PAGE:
Combined Yoruba characters with dot below and tonal diacritics
verdy_p at wanadoo.fr
Thu Apr 16 13:08:45 CDT 2015
2015-04-16 18:53 GMT+02:00 Doug Ewell <doug at ewellic.org>:
> Philippe Verdy <verdy underscore p at wanadoo dot fr> wrote:
> > Another candidate key for modifiers that you can use on PC keyboards
> > is the useless "NumLock" key on 101/102-keys keyboards (there's
> > actually no need to switch the working mode of the numeric keypad,
> > given you have also a separate set of keys for cursor movements, which
> > remain active independantly of the NumLock setting).
> [+544 words]
> Speaking only about Windows here, not other platforms:
> 1. AltGr is the industry standard for this sort of "Level 3" shifting
> function. Users would probably not expect NumLock or Scroll Lock, which
> are far from the normal typewriter keys, to perform this function.
I have not contested the use of AltGr key on 101/202 physical keyboard for
that shifting function. But for adding other modifier keys (e.g. emulating
a Japanese keyboard that has another "kana" modifier).
Also this working mode for physical keyboards is absolutely not a
requirement for visual input on virtual onscreen keyboards which are
absolutely not required to use or even emulate these layouts with the same
And yes Numlock is useless on keyboards that have BOTH a cursor control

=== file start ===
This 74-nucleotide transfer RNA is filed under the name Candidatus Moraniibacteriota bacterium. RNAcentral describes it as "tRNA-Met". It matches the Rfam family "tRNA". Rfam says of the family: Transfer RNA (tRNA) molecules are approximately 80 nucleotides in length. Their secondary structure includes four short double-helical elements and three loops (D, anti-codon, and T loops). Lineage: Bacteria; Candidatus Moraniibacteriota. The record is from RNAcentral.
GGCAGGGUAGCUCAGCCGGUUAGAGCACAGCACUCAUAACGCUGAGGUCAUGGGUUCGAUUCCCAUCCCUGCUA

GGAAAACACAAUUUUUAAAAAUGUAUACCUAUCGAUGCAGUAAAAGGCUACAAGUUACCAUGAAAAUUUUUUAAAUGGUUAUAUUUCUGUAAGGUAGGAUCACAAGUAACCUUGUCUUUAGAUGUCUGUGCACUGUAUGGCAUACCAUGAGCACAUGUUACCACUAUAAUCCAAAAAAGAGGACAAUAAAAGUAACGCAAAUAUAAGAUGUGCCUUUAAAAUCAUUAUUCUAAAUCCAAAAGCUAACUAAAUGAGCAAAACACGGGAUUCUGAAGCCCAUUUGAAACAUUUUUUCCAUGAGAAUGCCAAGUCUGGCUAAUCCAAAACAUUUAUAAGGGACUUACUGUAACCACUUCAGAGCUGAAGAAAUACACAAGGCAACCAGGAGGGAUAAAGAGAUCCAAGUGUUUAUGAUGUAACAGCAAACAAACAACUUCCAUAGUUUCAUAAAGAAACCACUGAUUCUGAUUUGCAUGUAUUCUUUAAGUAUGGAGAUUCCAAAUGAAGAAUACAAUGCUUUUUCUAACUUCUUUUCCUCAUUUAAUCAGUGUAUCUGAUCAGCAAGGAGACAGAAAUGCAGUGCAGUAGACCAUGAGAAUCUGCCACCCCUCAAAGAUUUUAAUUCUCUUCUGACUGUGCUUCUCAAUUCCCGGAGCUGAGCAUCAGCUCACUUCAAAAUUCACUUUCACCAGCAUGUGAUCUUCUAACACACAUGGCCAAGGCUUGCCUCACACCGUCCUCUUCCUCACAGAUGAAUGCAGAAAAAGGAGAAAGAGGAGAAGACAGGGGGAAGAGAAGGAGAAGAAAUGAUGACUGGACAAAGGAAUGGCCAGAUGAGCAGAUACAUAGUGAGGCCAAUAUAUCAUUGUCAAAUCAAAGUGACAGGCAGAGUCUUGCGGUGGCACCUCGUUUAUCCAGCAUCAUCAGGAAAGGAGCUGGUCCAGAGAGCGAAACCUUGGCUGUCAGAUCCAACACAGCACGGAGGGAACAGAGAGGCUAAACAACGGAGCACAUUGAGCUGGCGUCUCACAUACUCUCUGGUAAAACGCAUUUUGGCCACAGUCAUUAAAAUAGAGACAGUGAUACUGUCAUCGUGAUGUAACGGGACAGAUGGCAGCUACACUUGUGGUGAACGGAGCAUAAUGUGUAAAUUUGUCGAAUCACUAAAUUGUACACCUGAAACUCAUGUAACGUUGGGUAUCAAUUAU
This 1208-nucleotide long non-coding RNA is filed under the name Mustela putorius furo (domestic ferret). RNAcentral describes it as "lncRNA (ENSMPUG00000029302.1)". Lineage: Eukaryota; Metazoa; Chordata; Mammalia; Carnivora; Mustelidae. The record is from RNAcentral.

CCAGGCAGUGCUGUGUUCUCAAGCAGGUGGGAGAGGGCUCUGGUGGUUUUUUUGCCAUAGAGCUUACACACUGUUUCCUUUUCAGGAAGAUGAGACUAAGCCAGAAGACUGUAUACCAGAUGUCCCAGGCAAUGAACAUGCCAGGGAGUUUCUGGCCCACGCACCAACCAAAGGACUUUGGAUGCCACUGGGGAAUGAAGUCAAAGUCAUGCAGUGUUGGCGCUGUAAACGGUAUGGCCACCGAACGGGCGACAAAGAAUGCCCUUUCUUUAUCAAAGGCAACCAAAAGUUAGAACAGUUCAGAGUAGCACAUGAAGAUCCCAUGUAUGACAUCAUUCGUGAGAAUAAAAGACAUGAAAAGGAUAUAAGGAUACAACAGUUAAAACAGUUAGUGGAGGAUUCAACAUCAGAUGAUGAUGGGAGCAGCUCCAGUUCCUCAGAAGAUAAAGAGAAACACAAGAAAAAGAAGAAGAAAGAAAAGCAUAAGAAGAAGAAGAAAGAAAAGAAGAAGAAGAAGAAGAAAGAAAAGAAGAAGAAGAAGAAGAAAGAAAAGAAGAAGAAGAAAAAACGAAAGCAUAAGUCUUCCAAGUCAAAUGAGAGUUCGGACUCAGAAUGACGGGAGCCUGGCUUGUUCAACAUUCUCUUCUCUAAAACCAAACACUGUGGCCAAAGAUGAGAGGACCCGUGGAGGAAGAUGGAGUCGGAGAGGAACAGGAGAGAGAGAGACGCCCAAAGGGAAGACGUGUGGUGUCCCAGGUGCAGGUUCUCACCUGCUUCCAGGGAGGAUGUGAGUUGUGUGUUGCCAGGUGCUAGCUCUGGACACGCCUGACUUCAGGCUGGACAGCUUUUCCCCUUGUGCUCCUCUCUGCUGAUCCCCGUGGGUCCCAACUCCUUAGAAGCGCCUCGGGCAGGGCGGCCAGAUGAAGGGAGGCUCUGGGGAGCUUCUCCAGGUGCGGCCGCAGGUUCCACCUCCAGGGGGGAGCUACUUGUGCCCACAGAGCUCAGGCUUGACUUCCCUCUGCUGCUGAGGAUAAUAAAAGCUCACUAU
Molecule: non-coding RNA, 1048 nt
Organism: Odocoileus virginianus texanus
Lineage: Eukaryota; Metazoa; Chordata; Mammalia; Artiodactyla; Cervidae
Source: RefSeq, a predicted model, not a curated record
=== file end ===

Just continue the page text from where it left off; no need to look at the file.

keypad AND a numeric keypad; you use the cursor control keypad directly and
want the numeric pad to remain in numeric mode (so logivally, the Logitech
driver proposes to disable Numlock completely). Numlock is a very old
feature inherited from initial IBM PC keyboards (and it had no equivalent
before the PC) when there was no separate cursor control keypad.
Many notebook don't even have it (or if you activate it, it remaps the
inexistant numeric keypad on top of the main alphabetic keys, the cursor
keys remain active where they are and independantly of Numlock state!)
So, Numlock is not a standard even in the PC/Windows world. Where it still
really exists (only external physical keyboards), it is most often useless.
Its existence was justified only on keyboards with about 90 keys (ignoring
other multimedia/powercontrol keys or the newer modifier keys for
Windows/OS, Appl/Menu, and Fn). As well not all physical keyboards have
separate keys for ScrollLock, PrintScreen, Break/SystReq (they are remapped
on other keys by combining them with the "Fn" key, directly in their
internal firmware, without control by Windows itself).
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